* Weakness in the muscles of the face, arms, or legs
* Difficulty with fine motor skills such as buttoning a shirt or typing
Diagnosis of spinal cord compression is typically made through a combination of physical examination, medical history, and imaging tests such as X-rays, CT scans, or MRI scans. Treatment options for spinal cord compression depend on the underlying cause and may include medication, surgery, or a combination of both.
In conclusion, spinal cord compression is a serious medical condition that can have significant impacts on quality of life, mobility, and overall health. It is important to be aware of the causes and symptoms of spinal cord compression in order to seek medical attention if they occur. With proper diagnosis and treatment, many cases of spinal cord compression can be effectively managed and improved.
Symptoms of spinal stenosis may include:
* Pain in the neck, back, or legs that worsens with walking or standing
* Numbness, tingling, or weakness in the arms or legs
* Difficulty controlling bladder or bowel functions
* Muscle weakness in the legs
Treatment for spinal stenosis may include:
* Pain medications
* Physical therapy to improve mobility and strength
* Injections of steroids or pain relievers
* Surgery to remove bone spurs or decompress the spinal cord
It is important to seek medical attention if symptoms of spinal stenosis worsen over time, as untreated condition can lead to permanent nerve damage and disability.
There are several types of radiculopathy, including:
1. Cervical radiculopathy: This type affects the neck and arm region and is often caused by a herniated disk or degenerative changes in the spine.
2. Thoracic radiculopathy: This type affects the chest and abdominal regions and is often caused by a tumor or injury.
3. Lumbar radiculopathy: This type affects the lower back and leg region and is often caused by a herniated disk, spinal stenosis, or degenerative changes in the spine.
4. Sacral radiculopathy: This type affects the pelvis and legs and is often caused by a tumor or injury.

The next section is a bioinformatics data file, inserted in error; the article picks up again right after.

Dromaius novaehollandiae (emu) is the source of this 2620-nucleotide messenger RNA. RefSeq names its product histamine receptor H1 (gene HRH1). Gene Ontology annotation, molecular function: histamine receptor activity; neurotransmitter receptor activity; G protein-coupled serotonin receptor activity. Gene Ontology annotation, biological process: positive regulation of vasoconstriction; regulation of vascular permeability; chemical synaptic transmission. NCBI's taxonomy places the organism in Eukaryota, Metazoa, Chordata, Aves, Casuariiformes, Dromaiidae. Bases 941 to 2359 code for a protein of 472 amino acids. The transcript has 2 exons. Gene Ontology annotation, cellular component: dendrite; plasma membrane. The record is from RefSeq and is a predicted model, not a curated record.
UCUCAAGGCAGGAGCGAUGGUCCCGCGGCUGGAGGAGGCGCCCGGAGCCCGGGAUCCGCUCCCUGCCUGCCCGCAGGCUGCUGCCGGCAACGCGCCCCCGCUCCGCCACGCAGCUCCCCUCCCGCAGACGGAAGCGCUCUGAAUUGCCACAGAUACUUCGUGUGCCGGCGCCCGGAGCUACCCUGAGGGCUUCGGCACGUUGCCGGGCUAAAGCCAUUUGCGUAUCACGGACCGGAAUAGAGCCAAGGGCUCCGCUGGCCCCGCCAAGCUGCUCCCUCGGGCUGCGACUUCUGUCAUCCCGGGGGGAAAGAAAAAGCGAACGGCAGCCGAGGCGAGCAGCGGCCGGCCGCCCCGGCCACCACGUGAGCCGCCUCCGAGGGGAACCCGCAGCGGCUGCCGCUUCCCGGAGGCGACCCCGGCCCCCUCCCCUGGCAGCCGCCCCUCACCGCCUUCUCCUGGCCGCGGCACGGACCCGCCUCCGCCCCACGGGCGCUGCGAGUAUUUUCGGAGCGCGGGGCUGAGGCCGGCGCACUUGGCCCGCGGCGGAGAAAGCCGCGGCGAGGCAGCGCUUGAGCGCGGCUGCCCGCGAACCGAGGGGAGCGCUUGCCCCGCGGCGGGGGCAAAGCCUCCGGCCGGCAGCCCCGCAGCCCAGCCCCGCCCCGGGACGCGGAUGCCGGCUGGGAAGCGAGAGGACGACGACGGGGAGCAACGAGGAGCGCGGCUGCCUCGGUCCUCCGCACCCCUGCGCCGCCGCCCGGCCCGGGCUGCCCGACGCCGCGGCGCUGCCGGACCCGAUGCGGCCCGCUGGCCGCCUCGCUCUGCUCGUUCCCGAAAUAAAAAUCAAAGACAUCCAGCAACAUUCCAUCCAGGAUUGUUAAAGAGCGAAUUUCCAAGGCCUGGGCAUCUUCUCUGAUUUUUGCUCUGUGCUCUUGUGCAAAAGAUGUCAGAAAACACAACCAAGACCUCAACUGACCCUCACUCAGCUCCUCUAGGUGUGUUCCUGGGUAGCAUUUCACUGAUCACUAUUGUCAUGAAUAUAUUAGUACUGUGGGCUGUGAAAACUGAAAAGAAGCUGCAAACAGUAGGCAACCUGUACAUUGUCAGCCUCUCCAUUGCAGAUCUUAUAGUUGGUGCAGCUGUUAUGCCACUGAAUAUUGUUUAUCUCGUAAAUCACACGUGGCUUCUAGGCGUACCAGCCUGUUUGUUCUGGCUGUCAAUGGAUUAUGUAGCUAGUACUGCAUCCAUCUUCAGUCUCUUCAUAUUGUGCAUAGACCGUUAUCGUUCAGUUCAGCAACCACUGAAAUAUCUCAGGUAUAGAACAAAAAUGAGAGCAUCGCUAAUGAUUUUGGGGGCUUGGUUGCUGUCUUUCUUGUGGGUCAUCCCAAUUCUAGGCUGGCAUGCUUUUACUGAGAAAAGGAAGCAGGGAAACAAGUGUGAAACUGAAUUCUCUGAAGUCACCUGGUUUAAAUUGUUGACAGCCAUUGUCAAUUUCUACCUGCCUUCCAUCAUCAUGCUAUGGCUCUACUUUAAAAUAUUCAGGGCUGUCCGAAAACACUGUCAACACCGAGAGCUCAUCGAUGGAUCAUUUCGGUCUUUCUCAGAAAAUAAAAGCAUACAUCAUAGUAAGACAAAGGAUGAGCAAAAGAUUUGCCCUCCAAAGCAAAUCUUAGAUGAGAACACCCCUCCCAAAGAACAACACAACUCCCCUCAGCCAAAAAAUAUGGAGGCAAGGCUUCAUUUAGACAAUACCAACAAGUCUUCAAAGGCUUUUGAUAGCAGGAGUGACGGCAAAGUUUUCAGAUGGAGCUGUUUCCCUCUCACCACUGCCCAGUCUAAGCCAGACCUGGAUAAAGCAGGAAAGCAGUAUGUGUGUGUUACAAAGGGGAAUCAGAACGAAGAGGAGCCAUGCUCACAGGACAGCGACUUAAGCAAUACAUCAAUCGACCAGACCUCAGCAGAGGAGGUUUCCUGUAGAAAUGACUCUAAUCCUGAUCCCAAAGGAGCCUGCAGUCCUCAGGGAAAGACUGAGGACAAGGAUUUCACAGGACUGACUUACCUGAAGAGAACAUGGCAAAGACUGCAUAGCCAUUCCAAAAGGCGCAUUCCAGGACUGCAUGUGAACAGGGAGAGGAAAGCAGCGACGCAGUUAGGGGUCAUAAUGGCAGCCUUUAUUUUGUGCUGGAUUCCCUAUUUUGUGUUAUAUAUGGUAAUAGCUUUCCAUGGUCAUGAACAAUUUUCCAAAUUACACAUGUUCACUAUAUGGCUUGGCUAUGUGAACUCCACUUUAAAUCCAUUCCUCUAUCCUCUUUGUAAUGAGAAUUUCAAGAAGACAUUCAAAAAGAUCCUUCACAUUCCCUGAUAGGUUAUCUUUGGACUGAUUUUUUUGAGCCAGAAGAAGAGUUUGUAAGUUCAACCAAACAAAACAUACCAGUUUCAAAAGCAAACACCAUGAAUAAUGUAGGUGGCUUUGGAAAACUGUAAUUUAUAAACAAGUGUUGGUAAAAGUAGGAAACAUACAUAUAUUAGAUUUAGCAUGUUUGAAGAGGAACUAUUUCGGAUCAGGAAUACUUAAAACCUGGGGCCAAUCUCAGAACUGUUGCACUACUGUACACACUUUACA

The symptoms of radiculopathy can vary depending on the location and severity of the nerve compression. They may include:
1. Pain in the affected area, which can be sharp or dull and may be accompanied by numbness, tingling, or weakness.
2. Numbness or tingling sensations in the skin of the affected limb.
3. Weakness in the affected muscles, which can make it difficult to move the affected limb or perform certain activities.
4. Difficulty with coordination and balance.
5. Tremors or spasms in the affected muscles.
6. Decreased reflexes in the affected area.
7. Difficulty with bladder or bowel control (in severe cases).
Treatment for radiculopathy depends on the underlying cause and severity of the condition. Conservative treatments such as physical therapy, medication, and lifestyle changes may be effective in managing symptoms and improving function. In some cases, surgery may be necessary to relieve pressure on the nerve root.
It's important to seek medical attention if you experience any of the symptoms of radiculopathy, as early diagnosis and treatment can help prevent long-term damage and improve outcomes.
Some common types of spinal diseases include:
1. Degenerative disc disease: This is a condition where the discs between the vertebrae in the spine wear down over time, leading to pain and stiffness in the back.
2. Herniated discs: This occurs when the gel-like center of a disc bulges out through a tear in the outer layer, putting pressure on nearby nerves and causing pain.